Five Great Reasons To Try Small Ship Cruising

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It’s hard for today’s mega-liners not to grab the travel world’s headlines when they launch, captivating cruise fans with all manner of drama, unique facilities and innovation. These behemoth ships can carry anything from 2,000 guests to over 5,000, wowing cruise travellers of all types with 4-D cinemas, elegant shopping malls, multiple dining rooms and specialty restaurants, elaborate spas, and pools with retractable roofs. But if you’re not a fan of big crowds, what can you do? The answer is to consider small ship cruising, and the good news is that it doesn’t have to cost a small fortune either. Here’s our top reasons to go small.

No Crowds 

You tend not to find big crowds or long queues on ships of around 500 guests or less, which makes everything from ordering a your morning cappuccino to disembarking to go ashore much easier. Without large numbers of other guests, people often find it’s also a more sociable way to travel; you can make lifelong friends easily, as well as finding quiet spots to call you own, whether you’re travelling on your own, or looking for some romance with your significant other.

Travel In Style 

Most smaller cruise ships fall into the luxury or premium category, with plenty of options for “red carpet” treatment, and higher crew to passenger ratios. Talking numbers, this means that there are more crew members for each guest travelling, which enables the waitstaff in the bar to not only know your name soon enough, but also your preferred pre-dinner drink. Your stateroom attendant will also organise your accommodation each day just the way you like it. On a smaller luxury ship more of the extras you usually pay for on a mass market cruise are included in the fare, which can include gratuities, alcoholic drinks, soft drinks, specialty coffees and even alternative dining, which can add up to a tidy sum.

Cruise Affordably 

By choosing a small ship, particularly when travelling in some parts of the world, it can prove much more affordable, as well as more convenient, than travelling on land, with your transport, accommodation, and most meals included in the fare. Examples of this would be river cruises in Europe which sail from one country to another such as from Hungary to Holland, river cruising in remote locales such as the Amazon in Brazil, cruising to difficult-to-access reefs in the outer Great Barrier Reef, and island hopping in destinations such as the Galapagos Islands of Ecuador.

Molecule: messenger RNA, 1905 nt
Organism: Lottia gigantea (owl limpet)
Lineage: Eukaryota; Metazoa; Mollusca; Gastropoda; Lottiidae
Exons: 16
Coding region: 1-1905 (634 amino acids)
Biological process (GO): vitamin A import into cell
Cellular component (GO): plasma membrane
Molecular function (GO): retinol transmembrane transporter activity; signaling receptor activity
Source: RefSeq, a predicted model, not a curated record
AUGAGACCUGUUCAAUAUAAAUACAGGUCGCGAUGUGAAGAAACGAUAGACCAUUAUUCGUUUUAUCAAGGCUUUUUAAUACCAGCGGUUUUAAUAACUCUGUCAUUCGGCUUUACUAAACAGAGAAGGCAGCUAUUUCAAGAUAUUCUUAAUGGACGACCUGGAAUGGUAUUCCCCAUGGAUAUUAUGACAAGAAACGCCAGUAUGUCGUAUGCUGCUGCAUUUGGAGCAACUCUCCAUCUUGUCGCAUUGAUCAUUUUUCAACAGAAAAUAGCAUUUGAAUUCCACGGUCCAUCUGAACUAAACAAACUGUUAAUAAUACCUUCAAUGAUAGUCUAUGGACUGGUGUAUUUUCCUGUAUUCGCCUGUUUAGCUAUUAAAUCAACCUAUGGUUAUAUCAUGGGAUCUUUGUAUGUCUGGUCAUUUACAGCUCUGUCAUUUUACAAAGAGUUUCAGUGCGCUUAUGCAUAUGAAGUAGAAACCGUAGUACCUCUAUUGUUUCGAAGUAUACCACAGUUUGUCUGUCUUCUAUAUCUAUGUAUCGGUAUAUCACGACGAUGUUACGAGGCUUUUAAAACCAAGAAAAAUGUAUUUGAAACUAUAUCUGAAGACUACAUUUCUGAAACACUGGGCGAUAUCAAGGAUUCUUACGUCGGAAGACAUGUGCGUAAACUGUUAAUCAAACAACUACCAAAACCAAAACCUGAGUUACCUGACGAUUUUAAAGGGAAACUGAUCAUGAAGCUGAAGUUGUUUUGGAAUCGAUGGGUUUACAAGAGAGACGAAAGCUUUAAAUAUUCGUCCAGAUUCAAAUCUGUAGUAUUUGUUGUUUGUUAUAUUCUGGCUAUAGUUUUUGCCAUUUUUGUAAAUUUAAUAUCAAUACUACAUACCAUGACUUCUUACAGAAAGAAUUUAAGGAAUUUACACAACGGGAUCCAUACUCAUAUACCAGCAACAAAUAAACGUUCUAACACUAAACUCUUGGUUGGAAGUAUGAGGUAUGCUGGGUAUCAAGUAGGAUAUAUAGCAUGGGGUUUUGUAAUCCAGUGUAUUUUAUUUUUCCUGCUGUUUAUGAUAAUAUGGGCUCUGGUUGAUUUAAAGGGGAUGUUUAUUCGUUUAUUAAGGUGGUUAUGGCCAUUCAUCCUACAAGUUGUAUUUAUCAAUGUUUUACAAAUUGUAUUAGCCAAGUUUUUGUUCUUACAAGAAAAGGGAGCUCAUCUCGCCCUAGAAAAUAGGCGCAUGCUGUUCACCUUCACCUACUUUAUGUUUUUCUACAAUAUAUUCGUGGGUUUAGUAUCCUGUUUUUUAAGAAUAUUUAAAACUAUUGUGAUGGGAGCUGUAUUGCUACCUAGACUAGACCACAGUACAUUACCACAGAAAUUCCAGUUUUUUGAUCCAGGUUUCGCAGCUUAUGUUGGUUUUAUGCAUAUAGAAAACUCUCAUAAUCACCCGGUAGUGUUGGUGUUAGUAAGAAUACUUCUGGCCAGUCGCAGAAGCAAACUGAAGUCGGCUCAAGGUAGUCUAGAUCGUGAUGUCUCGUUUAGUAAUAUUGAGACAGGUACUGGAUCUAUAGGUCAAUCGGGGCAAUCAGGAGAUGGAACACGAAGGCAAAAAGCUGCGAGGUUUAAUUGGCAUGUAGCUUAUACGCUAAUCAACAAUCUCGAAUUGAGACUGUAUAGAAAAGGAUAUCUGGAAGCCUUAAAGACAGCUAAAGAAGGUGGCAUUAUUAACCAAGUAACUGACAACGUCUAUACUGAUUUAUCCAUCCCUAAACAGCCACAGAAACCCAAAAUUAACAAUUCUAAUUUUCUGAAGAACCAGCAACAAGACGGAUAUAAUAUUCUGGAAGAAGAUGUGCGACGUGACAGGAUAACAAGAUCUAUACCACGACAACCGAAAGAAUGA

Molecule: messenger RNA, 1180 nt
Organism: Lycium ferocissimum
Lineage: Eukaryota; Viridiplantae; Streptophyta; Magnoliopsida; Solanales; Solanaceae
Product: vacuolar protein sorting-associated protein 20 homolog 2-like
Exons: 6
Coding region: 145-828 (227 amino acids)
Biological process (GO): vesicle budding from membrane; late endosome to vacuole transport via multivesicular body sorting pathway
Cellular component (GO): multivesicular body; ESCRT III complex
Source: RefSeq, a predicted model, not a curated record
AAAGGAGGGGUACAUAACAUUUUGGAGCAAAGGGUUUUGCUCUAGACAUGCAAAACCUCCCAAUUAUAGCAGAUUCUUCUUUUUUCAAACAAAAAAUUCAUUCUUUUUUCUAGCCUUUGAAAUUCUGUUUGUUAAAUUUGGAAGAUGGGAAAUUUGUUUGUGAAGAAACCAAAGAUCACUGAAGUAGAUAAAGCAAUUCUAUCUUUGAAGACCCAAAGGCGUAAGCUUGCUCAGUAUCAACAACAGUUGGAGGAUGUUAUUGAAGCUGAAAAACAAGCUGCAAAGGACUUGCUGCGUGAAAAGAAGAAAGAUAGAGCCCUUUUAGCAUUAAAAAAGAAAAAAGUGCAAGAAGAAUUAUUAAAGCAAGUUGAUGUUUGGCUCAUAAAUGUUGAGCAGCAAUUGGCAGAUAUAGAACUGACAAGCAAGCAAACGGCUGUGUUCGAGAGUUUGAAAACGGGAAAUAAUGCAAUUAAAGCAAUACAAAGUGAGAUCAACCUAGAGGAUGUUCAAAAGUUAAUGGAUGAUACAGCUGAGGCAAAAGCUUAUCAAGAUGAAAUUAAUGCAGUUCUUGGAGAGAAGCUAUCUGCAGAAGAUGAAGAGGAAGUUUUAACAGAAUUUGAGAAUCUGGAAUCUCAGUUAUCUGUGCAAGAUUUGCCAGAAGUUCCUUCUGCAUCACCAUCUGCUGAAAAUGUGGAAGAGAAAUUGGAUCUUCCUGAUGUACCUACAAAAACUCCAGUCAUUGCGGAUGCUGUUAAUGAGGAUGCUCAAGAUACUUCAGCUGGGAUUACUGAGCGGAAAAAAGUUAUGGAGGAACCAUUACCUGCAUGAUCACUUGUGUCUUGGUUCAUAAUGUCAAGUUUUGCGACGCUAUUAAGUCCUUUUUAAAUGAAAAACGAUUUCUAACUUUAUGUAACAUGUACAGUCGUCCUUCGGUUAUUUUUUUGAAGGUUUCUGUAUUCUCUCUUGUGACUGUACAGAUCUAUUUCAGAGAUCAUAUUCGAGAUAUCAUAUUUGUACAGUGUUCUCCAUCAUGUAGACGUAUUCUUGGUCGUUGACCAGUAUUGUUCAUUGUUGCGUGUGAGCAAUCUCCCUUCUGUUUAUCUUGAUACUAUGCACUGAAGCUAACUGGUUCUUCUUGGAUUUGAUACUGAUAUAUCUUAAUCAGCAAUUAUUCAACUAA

Unusual Ports And Itineraries 

Travelling to many destinations on a single trip can be hassle, especially if you’re doing it on land. When you cruise, however, especially on a smaller ship, you also get the benefit of visiting more offbeat ports of call which larger ships can’t access due to their size, and the number of people they’re carrying. Also, on smaller ships you may get to enjoy unique experiences such as beach barbecues and dining under the stars, and with fewer fellow guests shore excursions are often lighter in numbers too, making touring easier. 

It’s More About Cruising 

As one seasoned cruiser once told us, small ships are all about cruising and the destinations. While larger ships provide impressive lineups of distractions to woo new cruisers, small ships can often offer a more authentic feel of being at sea, with a more intimate atmosphere, more flexibility surrounding activities, more space on deck, and more unusual ports of call. Instead of heading inside to a cinema, art auction or to see a Broadway production, you can also read a good book, relax in a sun lounger watch the scenery slip by, or stay outside to enjoy the sea air.

Our Top Four Small Ship Cruise Lines 

Regent Seven Seas Cruises: All the ships in this fleet are small to mid-sized, and besides being fully all-inclusive, everyone gets to cruise in a suite with a balcony, with perks including open seating dining, and open bars and lounges.

Seabourn Cruise Line: Its fleet of luxury ships are also fully all-inclusive, and carry less than 700 guests in all-suite accommodations with ocean views or balconies, and those key perks including open seating dining and open bars. 

SeaDream Yacht Club: SeaDream I and II are more mega-yachts than traditional cruise ships, with a dress code of casually elegant. They’re also all-inclusive with only a few extras to pay for, and have unique watersports platforms at the rear. 

Silversea Cruises: This fleet of boutique, all-inclusive ships offer plenty of private verandahs and on board facilities, with extras including butlers, and complimentary shoreside events on some cruises.


Joanna Hall


  • 4
    Azamara Fans

    Posted by Jackie Streets on 17th Jun 2019

    We have cruised with Regent once before and loved it although it was incredibly expensive, so we then tried Azamara and loved it! They included so much in the fare, and we're not big drinkrs anyway so the prices felt more affordable. The bathrooms are super small though but then again you don't spend all your time in there on a cruise - ulness your seasick LOL

  • 5
    Won't Suit Everyone

    Posted by Marg And Jack on 10th Jun 2019

    We've done about 3 small ship cruises the rest on much bigger ships. We are very active seniors and love company so we perfer to book a suite on a big ship and have access to more places to eat and the entertainment. Love cruising!

  • 5
    Seabourn Is Best

    Posted by Marissa Gee on 10th Jun 2019

    We used to cruise mainstream then friends convinced us to try Seabourn and we never looked back. Love the smaller ships, fewer people, more personalised service and the food!

  • 5
    George D

    Posted by George D on 10th Jun 2019

    Small ships look great with less crowds but I worry about seasickness?